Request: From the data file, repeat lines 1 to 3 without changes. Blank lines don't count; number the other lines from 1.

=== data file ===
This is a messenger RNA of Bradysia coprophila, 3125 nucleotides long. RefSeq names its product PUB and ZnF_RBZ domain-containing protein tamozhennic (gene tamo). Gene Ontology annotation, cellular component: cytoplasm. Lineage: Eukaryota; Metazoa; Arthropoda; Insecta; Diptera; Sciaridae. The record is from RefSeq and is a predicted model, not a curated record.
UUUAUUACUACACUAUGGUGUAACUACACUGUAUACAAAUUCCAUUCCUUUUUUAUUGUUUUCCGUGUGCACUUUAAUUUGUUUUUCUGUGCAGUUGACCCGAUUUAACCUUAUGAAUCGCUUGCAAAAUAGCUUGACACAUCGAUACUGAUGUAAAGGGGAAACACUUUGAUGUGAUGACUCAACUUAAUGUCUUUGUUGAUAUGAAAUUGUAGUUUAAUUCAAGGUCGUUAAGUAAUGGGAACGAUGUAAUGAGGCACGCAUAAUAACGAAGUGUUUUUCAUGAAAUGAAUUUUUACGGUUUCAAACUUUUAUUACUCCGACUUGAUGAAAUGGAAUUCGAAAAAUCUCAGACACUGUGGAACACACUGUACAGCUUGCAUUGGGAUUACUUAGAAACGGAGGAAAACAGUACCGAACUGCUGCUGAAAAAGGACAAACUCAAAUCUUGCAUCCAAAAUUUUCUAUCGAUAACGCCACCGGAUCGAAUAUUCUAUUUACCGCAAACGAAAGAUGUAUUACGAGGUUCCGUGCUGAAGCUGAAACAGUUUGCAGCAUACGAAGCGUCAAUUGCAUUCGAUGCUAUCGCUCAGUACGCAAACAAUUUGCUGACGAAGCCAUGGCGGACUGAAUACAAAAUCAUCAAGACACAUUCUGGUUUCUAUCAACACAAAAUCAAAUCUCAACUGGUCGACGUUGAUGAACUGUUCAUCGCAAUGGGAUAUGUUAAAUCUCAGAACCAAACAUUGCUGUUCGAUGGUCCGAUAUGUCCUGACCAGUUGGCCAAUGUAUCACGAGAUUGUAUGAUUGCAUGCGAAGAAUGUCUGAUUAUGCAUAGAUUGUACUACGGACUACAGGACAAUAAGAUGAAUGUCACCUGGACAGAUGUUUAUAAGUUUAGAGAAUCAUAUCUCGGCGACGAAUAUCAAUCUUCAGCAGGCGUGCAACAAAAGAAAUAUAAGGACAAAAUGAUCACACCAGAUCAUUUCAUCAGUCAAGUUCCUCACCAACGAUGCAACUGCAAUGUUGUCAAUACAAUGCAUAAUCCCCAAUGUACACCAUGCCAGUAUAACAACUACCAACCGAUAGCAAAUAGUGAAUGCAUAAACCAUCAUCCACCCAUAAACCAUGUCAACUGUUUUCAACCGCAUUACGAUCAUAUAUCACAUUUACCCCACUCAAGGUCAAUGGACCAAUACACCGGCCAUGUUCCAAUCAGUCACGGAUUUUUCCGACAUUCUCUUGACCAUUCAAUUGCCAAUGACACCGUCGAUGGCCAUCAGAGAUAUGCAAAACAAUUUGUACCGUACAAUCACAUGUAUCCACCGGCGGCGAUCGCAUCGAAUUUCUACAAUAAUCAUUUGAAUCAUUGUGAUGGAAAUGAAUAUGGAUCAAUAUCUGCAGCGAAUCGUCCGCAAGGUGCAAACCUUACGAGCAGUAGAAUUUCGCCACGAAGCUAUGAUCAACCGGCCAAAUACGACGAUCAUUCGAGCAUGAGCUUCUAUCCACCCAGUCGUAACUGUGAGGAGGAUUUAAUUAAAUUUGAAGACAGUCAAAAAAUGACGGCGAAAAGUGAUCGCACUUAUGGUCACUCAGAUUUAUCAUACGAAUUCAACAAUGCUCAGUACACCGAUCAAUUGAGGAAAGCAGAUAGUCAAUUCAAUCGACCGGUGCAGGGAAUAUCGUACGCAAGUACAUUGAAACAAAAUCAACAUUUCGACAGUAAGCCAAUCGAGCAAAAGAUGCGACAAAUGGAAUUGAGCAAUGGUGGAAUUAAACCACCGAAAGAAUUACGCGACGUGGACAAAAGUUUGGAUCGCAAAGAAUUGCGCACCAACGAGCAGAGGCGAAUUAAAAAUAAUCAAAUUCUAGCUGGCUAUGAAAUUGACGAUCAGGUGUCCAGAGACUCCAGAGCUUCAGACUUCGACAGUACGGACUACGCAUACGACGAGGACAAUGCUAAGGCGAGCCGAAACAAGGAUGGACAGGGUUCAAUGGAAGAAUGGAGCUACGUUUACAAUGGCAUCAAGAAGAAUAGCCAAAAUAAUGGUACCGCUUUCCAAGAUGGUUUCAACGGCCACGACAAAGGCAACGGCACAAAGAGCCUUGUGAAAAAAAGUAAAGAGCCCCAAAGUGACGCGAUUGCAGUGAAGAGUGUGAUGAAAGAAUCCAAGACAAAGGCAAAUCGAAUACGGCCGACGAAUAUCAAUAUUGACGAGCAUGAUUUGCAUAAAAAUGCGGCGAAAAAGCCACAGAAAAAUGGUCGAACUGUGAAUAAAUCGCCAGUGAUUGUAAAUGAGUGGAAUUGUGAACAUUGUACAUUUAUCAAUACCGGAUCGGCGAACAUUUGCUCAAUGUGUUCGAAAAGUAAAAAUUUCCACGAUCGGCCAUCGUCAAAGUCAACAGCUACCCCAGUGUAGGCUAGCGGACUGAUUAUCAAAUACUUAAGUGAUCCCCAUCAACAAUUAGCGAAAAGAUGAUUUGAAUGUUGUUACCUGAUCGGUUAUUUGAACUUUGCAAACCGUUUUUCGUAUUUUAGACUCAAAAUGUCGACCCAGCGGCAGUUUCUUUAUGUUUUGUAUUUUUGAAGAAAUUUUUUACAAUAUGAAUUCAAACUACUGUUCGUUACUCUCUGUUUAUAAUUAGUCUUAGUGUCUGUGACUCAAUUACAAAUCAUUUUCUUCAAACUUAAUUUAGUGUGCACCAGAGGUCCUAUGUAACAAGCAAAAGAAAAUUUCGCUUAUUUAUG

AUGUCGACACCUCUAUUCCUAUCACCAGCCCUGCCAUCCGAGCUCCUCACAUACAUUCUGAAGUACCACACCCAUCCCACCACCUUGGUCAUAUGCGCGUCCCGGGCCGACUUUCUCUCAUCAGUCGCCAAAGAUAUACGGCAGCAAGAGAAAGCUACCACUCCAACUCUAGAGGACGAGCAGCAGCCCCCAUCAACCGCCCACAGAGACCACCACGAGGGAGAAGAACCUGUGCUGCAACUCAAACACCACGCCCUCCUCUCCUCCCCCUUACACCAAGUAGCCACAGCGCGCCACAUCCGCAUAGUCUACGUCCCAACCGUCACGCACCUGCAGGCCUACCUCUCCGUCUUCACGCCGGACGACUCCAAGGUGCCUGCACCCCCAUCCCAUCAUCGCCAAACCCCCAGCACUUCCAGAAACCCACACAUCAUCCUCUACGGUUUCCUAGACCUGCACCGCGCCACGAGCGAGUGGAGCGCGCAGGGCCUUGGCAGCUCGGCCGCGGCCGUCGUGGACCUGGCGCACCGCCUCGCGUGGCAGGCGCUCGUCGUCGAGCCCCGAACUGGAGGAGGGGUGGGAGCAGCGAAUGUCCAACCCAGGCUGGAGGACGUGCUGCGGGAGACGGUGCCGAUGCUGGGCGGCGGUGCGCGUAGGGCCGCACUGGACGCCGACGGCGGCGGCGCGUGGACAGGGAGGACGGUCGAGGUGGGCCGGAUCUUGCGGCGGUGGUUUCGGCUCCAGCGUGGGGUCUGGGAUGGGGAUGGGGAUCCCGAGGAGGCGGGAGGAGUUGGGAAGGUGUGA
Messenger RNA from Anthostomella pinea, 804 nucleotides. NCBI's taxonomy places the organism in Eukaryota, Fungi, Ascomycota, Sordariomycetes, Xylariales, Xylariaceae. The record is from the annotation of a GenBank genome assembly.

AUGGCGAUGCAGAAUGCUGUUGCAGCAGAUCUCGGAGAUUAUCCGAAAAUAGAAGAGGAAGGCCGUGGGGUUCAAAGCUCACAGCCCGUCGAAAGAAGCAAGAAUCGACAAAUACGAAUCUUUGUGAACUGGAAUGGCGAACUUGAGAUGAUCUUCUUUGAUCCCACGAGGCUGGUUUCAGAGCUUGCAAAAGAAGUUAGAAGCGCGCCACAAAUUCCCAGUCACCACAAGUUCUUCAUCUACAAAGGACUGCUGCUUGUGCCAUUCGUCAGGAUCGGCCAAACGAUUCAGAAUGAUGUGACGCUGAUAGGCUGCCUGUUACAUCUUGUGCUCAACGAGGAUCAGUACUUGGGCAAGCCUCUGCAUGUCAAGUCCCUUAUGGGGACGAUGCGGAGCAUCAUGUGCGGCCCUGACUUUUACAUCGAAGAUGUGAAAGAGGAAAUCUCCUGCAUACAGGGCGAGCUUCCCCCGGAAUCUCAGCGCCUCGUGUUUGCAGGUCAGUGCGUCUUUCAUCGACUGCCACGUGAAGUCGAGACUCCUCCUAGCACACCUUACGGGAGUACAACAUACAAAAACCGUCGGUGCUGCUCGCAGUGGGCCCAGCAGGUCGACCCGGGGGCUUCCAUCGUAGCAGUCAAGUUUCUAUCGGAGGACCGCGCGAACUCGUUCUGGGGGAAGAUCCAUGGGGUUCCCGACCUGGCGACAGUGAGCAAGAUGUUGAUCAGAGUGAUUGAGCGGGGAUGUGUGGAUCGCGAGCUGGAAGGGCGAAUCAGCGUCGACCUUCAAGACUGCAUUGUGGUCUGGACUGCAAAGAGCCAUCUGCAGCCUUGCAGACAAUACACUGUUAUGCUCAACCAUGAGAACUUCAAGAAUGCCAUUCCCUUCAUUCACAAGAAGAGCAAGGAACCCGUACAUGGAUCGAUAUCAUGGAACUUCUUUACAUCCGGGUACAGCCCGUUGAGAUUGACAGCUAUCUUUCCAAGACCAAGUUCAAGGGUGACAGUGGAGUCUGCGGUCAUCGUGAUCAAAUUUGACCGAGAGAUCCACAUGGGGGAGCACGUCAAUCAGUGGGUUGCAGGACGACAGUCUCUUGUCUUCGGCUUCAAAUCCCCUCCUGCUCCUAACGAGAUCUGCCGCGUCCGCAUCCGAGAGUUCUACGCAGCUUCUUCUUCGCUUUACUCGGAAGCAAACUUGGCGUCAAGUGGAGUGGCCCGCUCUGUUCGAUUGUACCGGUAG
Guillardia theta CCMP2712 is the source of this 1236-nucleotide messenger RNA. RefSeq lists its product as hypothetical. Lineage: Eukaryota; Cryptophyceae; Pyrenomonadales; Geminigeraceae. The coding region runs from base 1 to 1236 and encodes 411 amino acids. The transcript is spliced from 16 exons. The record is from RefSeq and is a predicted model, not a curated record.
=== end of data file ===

This is a messenger RNA of Bradysia coprophila, 3125 nucleotides long. RefSeq names its product PUB and ZnF_RBZ domain-containing protein tamozhennic (gene tamo). Gene Ontology annotation, cellular component: cytoplasm. Lineage: Eukaryota; Metazoa; Arthropoda; Insecta; Diptera; Sciaridae. The record is from RefSeq and is a predicted model, not a curated record.
UUUAUUACUACACUAUGGUGUAACUACACUGUAUACAAAUUCCAUUCCUUUUUUAUUGUUUUCCGUGUGCACUUUAAUUUGUUUUUCUGUGCAGUUGACCCGAUUUAACCUUAUGAAUCGCUUGCAAAAUAGCUUGACACAUCGAUACUGAUGUAAAGGGGAAACACUUUGAUGUGAUGACUCAACUUAAUGUCUUUGUUGAUAUGAAAUUGUAGUUUAAUUCAAGGUCGUUAAGUAAUGGGAACGAUGUAAUGAGGCACGCAUAAUAACGAAGUGUUUUUCAUGAAAUGAAUUUUUACGGUUUCAAACUUUUAUUACUCCGACUUGAUGAAAUGGAAUUCGAAAAAUCUCAGACACUGUGGAACACACUGUACAGCUUGCAUUGGGAUUACUUAGAAACGGAGGAAAACAGUACCGAACUGCUGCUGAAAAAGGACAAACUCAAAUCUUGCAUCCAAAAUUUUCUAUCGAUAACGCCACCGGAUCGAAUAUUCUAUUUACCGCAAACGAAAGAUGUAUUACGAGGUUCCGUGCUGAAGCUGAAACAGUUUGCAGCAUACGAAGCGUCAAUUGCAUUCGAUGCUAUCGCUCAGUACGCAAACAAUUUGCUGACGAAGCCAUGGCGGACUGAAUACAAAAUCAUCAAGACACAUUCUGGUUUCUAUCAACACAAAAUCAAAUCUCAACUGGUCGACGUUGAUGAACUGUUCAUCGCAAUGGGAUAUGUUAAAUCUCAGAACCAAACAUUGCUGUUCGAUGGUCCGAUAUGUCCUGACCAGUUGGCCAAUGUAUCACGAGAUUGUAUGAUUGCAUGCGAAGAAUGUCUGAUUAUGCAUAGAUUGUACUACGGACUACAGGACAAUAAGAUGAAUGUCACCUGGACAGAUGUUUAUAAGUUUAGAGAAUCAUAUCUCGGCGACGAAUAUCAAUCUUCAGCAGGCGUGCAACAAAAGAAAUAUAAGGACAAAAUGAUCACACCAGAUCAUUUCAUCAGUCAAGUUCCUCACCAACGAUGCAACUGCAAUGUUGUCAAUACAAUGCAUAAUCCCCAAUGUACACCAUGCCAGUAUAACAACUACCAACCGAUAGCAAAUAGUGAAUGCAUAAACCAUCAUCCACCCAUAAACCAUGUCAACUGUUUUCAACCGCAUUACGAUCAUAUAUCACAUUUACCCCACUCAAGGUCAAUGGACCAAUACACCGGCCAUGUUCCAAUCAGUCACGGAUUUUUCCGACAUUCUCUUGACCAUUCAAUUGCCAAUGACACCGUCGAUGGCCAUCAGAGAUAUGCAAAACAAUUUGUACCGUACAAUCACAUGUAUCCACCGGCGGCGAUCGCAUCGAAUUUCUACAAUAAUCAUUUGAAUCAUUGUGAUGGAAAUGAAUAUGGAUCAAUAUCUGCAGCGAAUCGUCCGCAAGGUGCAAACCUUACGAGCAGUAGAAUUUCGCCACGAAGCUAUGAUCAACCGGCCAAAUACGACGAUCAUUCGAGCAUGAGCUUCUAUCCACCCAGUCGUAACUGUGAGGAGGAUUUAAUUAAAUUUGAAGACAGUCAAAAAAUGACGGCGAAAAGUGAUCGCACUUAUGGUCACUCAGAUUUAUCAUACGAAUUCAACAAUGCUCAGUACACCGAUCAAUUGAGGAAAGCAGAUAGUCAAUUCAAUCGACCGGUGCAGGGAAUAUCGUACGCAAGUACAUUGAAACAAAAUCAACAUUUCGACAGUAAGCCAAUCGAGCAAAAGAUGCGACAAAUGGAAUUGAGCAAUGGUGGAAUUAAACCACCGAAAGAAUUACGCGACGUGGACAAAAGUUUGGAUCGCAAAGAAUUGCGCACCAACGAGCAGAGGCGAAUUAAAAAUAAUCAAAUUCUAGCUGGCUAUGAAAUUGACGAUCAGGUGUCCAGAGACUCCAGAGCUUCAGACUUCGACAGUACGGACUACGCAUACGACGAGGACAAUGCUAAGGCGAGCCGAAACAAGGAUGGACAGGGUUCAAUGGAAGAAUGGAGCUACGUUUACAAUGGCAUCAAGAAGAAUAGCCAAAAUAAUGGUACCGCUUUCCAAGAUGGUUUCAACGGCCACGACAAAGGCAACGGCACAAAGAGCCUUGUGAAAAAAAGUAAAGAGCCCCAAAGUGACGCGAUUGCAGUGAAGAGUGUGAUGAAAGAAUCCAAGACAAAGGCAAAUCGAAUACGGCCGACGAAUAUCAAUAUUGACGAGCAUGAUUUGCAUAAAAAUGCGGCGAAAAAGCCACAGAAAAAUGGUCGAACUGUGAAUAAAUCGCCAGUGAUUGUAAAUGAGUGGAAUUGUGAACAUUGUACAUUUAUCAAUACCGGAUCGGCGAACAUUUGCUCAAUGUGUUCGAAAAGUAAAAAUUUCCACGAUCGGCCAUCGUCAAAGUCAACAGCUACCCCAGUGUAGGCUAGCGGACUGAUUAUCAAAUACUUAAGUGAUCCCCAUCAACAAUUAGCGAAAAGAUGAUUUGAAUGUUGUUACCUGAUCGGUUAUUUGAACUUUGCAAACCGUUUUUCGUAUUUUAGACUCAAAAUGUCGACCCAGCGGCAGUUUCUUUAUGUUUUGUAUUUUUGAAGAAAUUUUUUACAAUAUGAAUUCAAACUACUGUUCGUUACUCUCUGUUUAUAAUUAGUCUUAGUGUCUGUGACUCAAUUACAAAUCAUUUUCUUCAAACUUAAUUUAGUGUGCACCAGAGGUCCUAUGUAACAAGCAAAAGAAAAUUUCGCUUAUUUAUG

AUGUCGACACCUCUAUUCCUAUCACCAGCCCUGCCAUCCGAGCUCCUCACAUACAUUCUGAAGUACCACACCCAUCCCACCACCUUGGUCAUAUGCGCGUCCCGGGCCGACUUUCUCUCAUCAGUCGCCAAAGAUAUACGGCAGCAAGAGAAAGCUACCACUCCAACUCUAGAGGACGAGCAGCAGCCCCCAUCAACCGCCCACAGAGACCACCACGAGGGAGAAGAACCUGUGCUGCAACUCAAACACCACGCCCUCCUCUCCUCCCCCUUACACCAAGUAGCCACAGCGCGCCACAUCCGCAUAGUCUACGUCCCAACCGUCACGCACCUGCAGGCCUACCUCUCCGUCUUCACGCCGGACGACUCCAAGGUGCCUGCACCCCCAUCCCAUCAUCGCCAAACCCCCAGCACUUCCAGAAACCCACACAUCAUCCUCUACGGUUUCCUAGACCUGCACCGCGCCACGAGCGAGUGGAGCGCGCAGGGCCUUGGCAGCUCGGCCGCGGCCGUCGUGGACCUGGCGCACCGCCUCGCGUGGCAGGCGCUCGUCGUCGAGCCCCGAACUGGAGGAGGGGUGGGAGCAGCGAAUGUCCAACCCAGGCUGGAGGACGUGCUGCGGGAGACGGUGCCGAUGCUGGGCGGCGGUGCGCGUAGGGCCGCACUGGACGCCGACGGCGGCGGCGCGUGGACAGGGAGGACGGUCGAGGUGGGCCGGAUCUUGCGGCGGUGGUUUCGGCUCCAGCGUGGGGUCUGGGAUGGGGAUGGGGAUCCCGAGGAGGCGGGAGGAGUUGGGAAGGUGUGA